The Google map of Aix-en-Provence shows curving lines merging in concentric circles that look not all that different from regular streets. On the ground, however, the medieval streets are almost impassable: traffic moves very slowly through a tangle of pedestrians and cyclists. This brings to light the issue of how old European cities remake themselves to suit the current demands of their denizens to be greener and more habitable. Sometimes, as they move from ancient to updated, they also have to revise modern botches that have left voids, areas that divide the city, or spaces that ignore diversity or natural resources.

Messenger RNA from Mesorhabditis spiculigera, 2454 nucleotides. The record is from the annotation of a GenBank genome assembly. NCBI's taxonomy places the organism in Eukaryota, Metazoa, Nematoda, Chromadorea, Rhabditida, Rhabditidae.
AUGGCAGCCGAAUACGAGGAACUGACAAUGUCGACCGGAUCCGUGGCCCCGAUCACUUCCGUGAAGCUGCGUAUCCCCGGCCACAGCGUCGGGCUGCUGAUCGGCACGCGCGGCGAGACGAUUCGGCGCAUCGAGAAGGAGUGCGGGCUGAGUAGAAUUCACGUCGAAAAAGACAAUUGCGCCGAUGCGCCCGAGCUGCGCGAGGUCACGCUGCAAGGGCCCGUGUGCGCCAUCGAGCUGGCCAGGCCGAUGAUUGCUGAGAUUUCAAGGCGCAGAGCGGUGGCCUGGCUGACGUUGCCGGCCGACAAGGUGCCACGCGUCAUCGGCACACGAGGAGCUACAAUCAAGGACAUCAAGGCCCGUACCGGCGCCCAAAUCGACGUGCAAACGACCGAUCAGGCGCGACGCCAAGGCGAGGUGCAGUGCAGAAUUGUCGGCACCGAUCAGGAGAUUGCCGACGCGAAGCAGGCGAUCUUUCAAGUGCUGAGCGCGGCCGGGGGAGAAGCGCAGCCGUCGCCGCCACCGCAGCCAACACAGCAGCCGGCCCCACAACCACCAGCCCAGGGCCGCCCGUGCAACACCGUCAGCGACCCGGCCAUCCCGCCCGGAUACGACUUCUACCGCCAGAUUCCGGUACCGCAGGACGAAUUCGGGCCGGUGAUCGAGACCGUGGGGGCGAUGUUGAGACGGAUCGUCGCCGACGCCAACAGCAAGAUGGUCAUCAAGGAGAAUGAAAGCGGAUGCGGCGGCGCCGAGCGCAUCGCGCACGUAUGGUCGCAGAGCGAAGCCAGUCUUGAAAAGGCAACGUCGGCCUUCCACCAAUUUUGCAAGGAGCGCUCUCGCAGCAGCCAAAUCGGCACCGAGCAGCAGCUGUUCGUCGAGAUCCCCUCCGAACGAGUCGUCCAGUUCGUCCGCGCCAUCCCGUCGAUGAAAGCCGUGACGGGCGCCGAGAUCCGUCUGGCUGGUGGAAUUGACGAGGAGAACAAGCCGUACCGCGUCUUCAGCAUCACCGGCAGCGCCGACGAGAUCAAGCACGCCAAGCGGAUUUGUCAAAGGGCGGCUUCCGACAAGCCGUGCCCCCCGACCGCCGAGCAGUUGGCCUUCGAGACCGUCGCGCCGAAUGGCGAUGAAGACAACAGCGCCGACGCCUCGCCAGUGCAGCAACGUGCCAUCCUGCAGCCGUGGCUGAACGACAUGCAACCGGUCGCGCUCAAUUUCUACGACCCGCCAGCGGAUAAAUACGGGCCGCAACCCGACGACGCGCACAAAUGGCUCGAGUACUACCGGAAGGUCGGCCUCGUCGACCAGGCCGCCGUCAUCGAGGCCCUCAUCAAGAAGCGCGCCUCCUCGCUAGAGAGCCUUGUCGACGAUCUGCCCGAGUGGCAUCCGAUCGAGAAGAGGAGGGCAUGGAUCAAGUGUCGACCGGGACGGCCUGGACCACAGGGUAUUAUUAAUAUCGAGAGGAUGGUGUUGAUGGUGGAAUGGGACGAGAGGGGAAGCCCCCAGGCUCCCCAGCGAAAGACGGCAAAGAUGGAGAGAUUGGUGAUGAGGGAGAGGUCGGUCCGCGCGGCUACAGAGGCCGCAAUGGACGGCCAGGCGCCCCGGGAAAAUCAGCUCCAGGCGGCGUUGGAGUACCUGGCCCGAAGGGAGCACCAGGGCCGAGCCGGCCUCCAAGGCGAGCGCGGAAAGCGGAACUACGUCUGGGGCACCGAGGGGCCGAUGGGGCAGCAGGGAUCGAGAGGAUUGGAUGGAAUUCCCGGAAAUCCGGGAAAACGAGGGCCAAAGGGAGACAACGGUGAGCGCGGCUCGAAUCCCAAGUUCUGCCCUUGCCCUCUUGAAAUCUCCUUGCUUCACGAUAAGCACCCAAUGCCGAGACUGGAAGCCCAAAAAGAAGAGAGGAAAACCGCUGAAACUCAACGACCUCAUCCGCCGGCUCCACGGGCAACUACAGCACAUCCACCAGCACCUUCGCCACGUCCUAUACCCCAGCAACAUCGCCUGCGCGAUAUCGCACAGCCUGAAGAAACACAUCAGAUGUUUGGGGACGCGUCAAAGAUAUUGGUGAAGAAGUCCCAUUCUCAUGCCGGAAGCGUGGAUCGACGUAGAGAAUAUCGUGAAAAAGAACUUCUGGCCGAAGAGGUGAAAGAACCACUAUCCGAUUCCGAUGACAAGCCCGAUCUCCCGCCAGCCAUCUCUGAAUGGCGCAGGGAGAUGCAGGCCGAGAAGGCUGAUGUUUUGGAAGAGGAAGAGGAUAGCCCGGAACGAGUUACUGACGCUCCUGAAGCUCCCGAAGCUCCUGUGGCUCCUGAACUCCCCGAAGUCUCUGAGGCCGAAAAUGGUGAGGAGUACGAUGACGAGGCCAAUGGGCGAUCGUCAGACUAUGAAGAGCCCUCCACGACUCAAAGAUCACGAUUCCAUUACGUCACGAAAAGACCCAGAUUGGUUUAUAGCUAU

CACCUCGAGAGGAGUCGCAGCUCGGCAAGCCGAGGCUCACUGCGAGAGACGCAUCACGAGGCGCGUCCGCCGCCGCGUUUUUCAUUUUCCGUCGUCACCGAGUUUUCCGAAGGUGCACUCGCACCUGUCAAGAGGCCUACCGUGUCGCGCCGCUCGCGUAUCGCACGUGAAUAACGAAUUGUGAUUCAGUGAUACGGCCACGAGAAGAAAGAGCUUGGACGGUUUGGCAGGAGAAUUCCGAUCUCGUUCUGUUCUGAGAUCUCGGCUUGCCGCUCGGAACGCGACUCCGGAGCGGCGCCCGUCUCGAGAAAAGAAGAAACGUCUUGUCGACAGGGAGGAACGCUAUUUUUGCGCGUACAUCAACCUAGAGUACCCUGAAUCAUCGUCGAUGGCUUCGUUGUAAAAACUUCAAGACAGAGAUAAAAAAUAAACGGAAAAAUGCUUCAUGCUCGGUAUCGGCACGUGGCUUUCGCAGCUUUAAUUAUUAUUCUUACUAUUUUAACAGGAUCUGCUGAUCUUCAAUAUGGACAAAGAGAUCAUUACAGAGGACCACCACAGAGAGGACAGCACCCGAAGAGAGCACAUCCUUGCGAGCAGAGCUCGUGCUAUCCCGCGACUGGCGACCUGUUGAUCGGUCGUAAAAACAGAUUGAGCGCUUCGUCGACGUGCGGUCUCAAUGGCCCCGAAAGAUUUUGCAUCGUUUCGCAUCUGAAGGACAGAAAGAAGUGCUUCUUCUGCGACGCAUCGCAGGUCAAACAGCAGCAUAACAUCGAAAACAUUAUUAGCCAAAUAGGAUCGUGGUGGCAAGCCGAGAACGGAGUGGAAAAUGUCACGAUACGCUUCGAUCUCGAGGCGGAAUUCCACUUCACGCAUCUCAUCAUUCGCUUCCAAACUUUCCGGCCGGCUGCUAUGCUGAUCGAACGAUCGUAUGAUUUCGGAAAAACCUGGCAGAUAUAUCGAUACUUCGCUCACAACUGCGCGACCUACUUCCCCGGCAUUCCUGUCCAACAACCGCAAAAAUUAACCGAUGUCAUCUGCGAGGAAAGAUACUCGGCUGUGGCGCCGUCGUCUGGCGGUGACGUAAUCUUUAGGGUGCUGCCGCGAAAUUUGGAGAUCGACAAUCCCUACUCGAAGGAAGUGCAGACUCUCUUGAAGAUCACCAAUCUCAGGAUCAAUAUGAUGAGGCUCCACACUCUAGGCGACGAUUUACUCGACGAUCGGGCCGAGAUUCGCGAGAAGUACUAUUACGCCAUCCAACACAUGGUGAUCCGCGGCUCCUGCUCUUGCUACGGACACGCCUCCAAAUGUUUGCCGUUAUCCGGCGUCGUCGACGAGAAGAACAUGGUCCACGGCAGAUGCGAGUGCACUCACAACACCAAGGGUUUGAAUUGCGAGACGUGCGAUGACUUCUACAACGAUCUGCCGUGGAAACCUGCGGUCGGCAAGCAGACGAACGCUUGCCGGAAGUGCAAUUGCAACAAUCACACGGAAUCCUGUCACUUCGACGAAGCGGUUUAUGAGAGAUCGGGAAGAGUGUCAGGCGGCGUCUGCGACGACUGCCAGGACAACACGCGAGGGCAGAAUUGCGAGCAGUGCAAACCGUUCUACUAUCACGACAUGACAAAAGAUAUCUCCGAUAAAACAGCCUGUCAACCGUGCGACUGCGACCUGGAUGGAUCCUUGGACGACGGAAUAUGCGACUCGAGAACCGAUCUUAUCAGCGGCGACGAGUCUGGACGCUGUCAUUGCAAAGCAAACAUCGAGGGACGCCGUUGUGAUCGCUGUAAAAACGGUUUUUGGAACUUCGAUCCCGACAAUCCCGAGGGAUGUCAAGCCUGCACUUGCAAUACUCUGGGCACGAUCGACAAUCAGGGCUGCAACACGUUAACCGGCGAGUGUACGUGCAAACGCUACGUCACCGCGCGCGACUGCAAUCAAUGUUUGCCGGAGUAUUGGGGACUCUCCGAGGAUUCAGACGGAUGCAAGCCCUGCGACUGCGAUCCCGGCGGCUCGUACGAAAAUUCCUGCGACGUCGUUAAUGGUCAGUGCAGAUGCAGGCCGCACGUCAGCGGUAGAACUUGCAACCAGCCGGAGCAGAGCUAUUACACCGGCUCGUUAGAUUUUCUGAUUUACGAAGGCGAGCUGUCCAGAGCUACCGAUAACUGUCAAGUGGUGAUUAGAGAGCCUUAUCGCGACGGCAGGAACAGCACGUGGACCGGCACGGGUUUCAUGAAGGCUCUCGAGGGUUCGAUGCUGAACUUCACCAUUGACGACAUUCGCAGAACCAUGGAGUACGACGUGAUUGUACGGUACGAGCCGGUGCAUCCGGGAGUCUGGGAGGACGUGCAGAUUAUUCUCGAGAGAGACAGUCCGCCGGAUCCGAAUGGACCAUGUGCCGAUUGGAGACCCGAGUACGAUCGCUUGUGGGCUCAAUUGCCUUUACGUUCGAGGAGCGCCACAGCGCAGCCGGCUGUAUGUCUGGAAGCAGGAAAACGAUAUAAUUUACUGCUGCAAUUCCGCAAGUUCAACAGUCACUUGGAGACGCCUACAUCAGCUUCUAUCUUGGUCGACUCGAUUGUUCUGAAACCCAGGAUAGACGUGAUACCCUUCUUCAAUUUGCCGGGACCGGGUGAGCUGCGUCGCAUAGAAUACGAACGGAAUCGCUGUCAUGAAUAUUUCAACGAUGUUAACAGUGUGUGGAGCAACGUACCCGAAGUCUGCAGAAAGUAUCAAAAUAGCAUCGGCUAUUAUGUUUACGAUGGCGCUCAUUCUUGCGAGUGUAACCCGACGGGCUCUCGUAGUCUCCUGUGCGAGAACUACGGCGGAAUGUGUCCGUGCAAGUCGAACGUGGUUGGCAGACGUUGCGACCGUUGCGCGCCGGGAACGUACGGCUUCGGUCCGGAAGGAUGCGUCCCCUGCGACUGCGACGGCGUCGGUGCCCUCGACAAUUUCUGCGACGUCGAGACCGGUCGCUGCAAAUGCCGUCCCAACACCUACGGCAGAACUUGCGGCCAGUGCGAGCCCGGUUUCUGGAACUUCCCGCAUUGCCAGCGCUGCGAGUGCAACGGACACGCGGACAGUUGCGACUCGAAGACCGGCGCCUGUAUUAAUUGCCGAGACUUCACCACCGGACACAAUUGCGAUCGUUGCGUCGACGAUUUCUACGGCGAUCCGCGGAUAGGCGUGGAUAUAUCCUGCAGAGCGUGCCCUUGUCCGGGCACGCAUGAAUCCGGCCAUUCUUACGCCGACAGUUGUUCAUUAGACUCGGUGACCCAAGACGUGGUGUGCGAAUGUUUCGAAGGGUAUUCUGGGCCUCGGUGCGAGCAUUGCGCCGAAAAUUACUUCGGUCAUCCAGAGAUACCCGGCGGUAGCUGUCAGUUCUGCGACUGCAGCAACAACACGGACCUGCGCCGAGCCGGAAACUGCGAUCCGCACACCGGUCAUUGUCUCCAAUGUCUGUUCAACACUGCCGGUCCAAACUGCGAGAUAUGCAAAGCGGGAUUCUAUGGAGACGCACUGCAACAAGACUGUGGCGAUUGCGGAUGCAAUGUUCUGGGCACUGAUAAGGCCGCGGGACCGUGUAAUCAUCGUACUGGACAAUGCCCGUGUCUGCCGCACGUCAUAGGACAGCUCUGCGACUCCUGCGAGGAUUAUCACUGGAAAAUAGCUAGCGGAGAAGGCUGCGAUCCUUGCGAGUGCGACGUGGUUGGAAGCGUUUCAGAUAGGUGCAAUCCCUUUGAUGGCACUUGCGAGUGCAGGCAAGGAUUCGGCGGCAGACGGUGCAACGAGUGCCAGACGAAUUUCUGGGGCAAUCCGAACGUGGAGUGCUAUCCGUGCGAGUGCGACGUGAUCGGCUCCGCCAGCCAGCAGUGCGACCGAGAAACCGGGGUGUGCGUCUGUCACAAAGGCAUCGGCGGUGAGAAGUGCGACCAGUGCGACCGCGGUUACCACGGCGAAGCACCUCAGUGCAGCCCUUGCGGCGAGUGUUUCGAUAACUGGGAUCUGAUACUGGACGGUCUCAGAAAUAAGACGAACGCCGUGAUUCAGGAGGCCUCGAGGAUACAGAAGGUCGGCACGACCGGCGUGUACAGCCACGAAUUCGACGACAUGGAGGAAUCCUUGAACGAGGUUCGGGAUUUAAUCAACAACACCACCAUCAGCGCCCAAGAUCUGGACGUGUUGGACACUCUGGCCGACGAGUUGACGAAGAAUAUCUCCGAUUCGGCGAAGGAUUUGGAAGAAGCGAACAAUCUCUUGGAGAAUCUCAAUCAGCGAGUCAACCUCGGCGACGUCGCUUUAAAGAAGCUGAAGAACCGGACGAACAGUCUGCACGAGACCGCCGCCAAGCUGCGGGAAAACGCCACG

The Center for Architecture’s opening of “Polis: 7 Lessons from the European Prize for Public Urban Space [2000-2012]” celebrates these transformations, these applications of the democratic conception of the city. The prize has gathered 1,300 projects from cities across Europe, and the Center’s exhibition highlights 35 works from the first seven editions of the prize. The exhibition, of course, derives its name, polis, from the idealized Greek city-state, reminding us that the city is ours to take ownership over and shape to our will. As grandiose and bold as this goal is, “Polis” shows how the remaking of public space occurs in nested moments as easily as through large-scale moves. The show is organized around seven precepts that dynamically embody the AIANY President Lance Jay Brown’s, FAIA, theme for this year, “Civic Spirit: Civic Vision.” Continue reading “Polis: Design for Democracy”